Such initiatives are important, but more is needed to institutionalize substantive incentives for teaching excellence in the academic career track. I would argue that universities owe their undergraduates to commit to and make that change.

Monday, May 25, 2015

Gamification and game-based learning

I mentioned in a previous post that I have had some interesting experiences with teaching methods over the last couple of years. I felt frustrations when I was using the design that is standard operating procedure for most post-secondary courses: a lecture series, possibly with discussion seminars graded based on participation and then a couple of exams and a graded paper. I did not feel that the assessment forms really were sufficient for optimizing the learnings for my students nor the model provided me with sufficient feedback to know how to facilitate their learning.

Then I discovered 3dgamelab, and everything changed. Since 2013, it is the design I use, and shown in this video

It has three main advantages, in my experience:

  • formative assessment - This is different from summative assessment (i.e. a typical exam - write the exam, get a grade, move on). In formative assessment, the student will produce a learning artifact of some kind, but if it doesn't meet the requirements, I will send it back. Thus, the student learns through that feedback.
  • increased student engagement through active learning - I have dispensed with the lecture series (my lectures are now available on YouTube), and use the classroom time for students to do labs or simulations, keeping them active.
  • increased student agency - students can choose from a smorgasbord of assignments and complete them at a time of their choice.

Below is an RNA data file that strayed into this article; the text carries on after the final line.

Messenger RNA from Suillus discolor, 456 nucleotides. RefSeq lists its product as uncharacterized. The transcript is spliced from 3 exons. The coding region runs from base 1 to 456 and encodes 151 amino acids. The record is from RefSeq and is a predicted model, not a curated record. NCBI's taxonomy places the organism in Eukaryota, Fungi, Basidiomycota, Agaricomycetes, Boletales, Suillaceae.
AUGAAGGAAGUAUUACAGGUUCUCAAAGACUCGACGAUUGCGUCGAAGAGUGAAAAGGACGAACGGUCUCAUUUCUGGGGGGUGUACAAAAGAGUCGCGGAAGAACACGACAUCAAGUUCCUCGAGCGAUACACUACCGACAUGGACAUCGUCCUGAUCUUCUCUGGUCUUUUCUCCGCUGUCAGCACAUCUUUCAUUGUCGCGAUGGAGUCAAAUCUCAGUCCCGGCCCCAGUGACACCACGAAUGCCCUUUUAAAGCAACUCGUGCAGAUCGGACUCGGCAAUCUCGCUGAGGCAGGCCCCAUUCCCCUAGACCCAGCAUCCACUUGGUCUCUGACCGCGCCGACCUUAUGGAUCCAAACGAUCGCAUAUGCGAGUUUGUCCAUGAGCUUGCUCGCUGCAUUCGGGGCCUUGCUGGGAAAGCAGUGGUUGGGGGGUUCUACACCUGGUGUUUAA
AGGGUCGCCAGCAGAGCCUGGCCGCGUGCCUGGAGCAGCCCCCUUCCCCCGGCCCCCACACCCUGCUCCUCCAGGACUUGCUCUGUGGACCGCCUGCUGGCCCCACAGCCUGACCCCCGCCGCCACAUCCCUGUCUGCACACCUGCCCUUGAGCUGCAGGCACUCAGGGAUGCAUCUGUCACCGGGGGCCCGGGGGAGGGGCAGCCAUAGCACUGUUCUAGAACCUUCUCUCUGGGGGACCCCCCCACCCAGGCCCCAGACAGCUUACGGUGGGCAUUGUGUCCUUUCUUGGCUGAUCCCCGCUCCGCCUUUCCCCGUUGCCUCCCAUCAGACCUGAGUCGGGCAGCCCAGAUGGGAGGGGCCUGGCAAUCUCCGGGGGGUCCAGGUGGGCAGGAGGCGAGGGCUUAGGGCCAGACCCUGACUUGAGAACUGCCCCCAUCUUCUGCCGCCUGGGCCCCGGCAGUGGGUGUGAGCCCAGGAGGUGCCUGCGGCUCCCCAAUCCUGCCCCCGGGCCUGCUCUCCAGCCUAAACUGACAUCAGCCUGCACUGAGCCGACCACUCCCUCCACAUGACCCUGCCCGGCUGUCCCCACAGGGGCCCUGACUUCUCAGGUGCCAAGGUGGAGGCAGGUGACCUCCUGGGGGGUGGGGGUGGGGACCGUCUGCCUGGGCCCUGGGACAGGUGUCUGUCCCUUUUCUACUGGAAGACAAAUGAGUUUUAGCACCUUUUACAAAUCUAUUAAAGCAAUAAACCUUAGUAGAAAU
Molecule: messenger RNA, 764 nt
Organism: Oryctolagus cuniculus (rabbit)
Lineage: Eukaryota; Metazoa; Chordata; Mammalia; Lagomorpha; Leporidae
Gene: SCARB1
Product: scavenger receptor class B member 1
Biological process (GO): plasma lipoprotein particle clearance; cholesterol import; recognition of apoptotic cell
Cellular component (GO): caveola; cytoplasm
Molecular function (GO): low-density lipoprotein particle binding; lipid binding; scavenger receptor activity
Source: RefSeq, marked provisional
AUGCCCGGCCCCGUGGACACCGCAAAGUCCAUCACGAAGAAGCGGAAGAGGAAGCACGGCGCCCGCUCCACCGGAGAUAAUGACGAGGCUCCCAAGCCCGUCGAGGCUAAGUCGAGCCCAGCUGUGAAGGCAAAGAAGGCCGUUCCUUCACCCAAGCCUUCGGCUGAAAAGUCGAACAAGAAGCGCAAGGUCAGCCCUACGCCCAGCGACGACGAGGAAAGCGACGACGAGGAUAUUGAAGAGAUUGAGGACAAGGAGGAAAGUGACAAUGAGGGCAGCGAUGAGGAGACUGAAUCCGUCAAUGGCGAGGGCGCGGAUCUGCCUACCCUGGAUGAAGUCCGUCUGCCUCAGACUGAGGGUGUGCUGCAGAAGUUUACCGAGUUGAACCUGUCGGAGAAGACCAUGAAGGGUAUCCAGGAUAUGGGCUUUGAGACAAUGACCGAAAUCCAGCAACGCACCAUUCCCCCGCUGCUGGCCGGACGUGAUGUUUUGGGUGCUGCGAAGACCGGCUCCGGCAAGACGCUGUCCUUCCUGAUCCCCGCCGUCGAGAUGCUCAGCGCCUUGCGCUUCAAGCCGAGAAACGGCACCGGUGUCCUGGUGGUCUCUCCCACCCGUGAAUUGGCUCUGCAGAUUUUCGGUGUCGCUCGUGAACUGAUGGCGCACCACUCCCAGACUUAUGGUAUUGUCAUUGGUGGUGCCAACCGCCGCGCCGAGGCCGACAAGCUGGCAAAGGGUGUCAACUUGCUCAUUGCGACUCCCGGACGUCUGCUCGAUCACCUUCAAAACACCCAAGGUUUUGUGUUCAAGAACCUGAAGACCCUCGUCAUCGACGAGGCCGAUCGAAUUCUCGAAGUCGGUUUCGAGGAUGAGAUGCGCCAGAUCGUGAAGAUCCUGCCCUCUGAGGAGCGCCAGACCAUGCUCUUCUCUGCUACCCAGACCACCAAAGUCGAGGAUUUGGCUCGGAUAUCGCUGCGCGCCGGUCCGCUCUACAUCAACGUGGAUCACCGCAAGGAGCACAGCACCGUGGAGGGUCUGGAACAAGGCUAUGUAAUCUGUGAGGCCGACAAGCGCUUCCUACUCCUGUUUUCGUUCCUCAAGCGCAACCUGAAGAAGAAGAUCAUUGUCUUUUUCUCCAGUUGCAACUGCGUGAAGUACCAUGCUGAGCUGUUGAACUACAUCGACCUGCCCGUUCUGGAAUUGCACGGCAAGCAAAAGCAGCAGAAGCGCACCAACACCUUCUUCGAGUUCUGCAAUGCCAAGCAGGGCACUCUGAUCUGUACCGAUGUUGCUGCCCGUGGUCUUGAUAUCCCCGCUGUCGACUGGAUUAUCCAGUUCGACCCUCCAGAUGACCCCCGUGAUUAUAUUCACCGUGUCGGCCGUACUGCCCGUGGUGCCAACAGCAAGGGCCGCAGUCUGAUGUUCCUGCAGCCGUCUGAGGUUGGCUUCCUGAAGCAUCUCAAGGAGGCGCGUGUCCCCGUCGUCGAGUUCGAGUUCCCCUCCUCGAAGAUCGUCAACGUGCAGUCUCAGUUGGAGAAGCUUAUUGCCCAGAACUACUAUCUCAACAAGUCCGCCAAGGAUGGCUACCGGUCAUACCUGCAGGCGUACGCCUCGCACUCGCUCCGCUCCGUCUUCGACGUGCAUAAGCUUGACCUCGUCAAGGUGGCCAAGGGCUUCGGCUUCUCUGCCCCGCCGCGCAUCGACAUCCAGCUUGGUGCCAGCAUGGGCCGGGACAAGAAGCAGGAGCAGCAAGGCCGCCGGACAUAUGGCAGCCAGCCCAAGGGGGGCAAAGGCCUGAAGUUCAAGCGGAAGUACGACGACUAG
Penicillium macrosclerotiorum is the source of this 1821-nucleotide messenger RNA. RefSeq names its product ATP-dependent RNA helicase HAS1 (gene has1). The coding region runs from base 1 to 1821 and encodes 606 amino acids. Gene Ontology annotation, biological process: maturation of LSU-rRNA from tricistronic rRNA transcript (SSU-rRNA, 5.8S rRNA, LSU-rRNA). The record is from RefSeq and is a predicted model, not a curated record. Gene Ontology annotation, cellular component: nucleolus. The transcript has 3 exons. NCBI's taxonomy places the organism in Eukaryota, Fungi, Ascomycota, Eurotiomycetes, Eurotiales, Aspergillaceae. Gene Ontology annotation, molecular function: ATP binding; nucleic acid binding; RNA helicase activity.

The effects have been palpable, and it seems to me that the scholarship on teaching methods generally provide support for the veracity of the model. Next week, I'm presenting a paper on my experiences. Here is the abstract:

Gamification consists of the introducing game mechanics into activities to engage users with motivation beyond what is normally expected. Properties include introducing points accumulation, badges, levels, leaderboards, challenges or quests, customization, economies, avatars, and role-play. When introduced into education in the form of game-based learning, such elements can raise student motivation as well as decision-making capacity and cognitive development as students are given increased control over their learning path. In 2013, I changed my political science course design using the learning platform 3dgamelab. The experience was transformative on many levels, including learning achievements and the instructor-student relationship. This paper describes those experiences for the purpose of demonstrating the utility of game-based learning when teaching political science in higher education. It provides an overview of the literature on game-based learning in education and the significance of some integral components of a course design using 3dgamelab, including elements like active learning, the flipped classroom and formative grading. This literature provides important context for the experiences I have made transforming a lecture based course design to a game-based one. Five courses have now been delivered using this framework at the 200 and 300-level in Comparative and Canadian politics, with class sizes varying between 8 and 75 students. The paper identifies opportunities for instructors as well as potential sources of problems and how to re-think how political science education can be delivered in a more engaging way.

Sunday, May 24, 2015

New topics

I will be adding comments on two areas to this blog. One is about public administration. Most of the research on immigrant integration focuses on the human capital of the newcomers (what do they bring in terms of competence, education, experience), immigrant rights (how encompassing should they be), the size of the welfare state, or public policy (for example, does the host country have official multiculturalism or not). However, very little attention is given to how the programs that are supposed to facilitate immigrant integration are organized - who is doing what, with what mandate and funding? Those are all questions of public administration and management.

Secondly, I will add my reflections on teaching in political science on the post-secondary level. I taught my first course in 2010 and in 2013, I switched to gamification and game-based learning. That prompted me to think a lot about how teaching is done in this field. I'm presenting a paper on the subject at the coming annual CPSA Canadian Political Science Association in June in Ottawa. That will be quite exciting!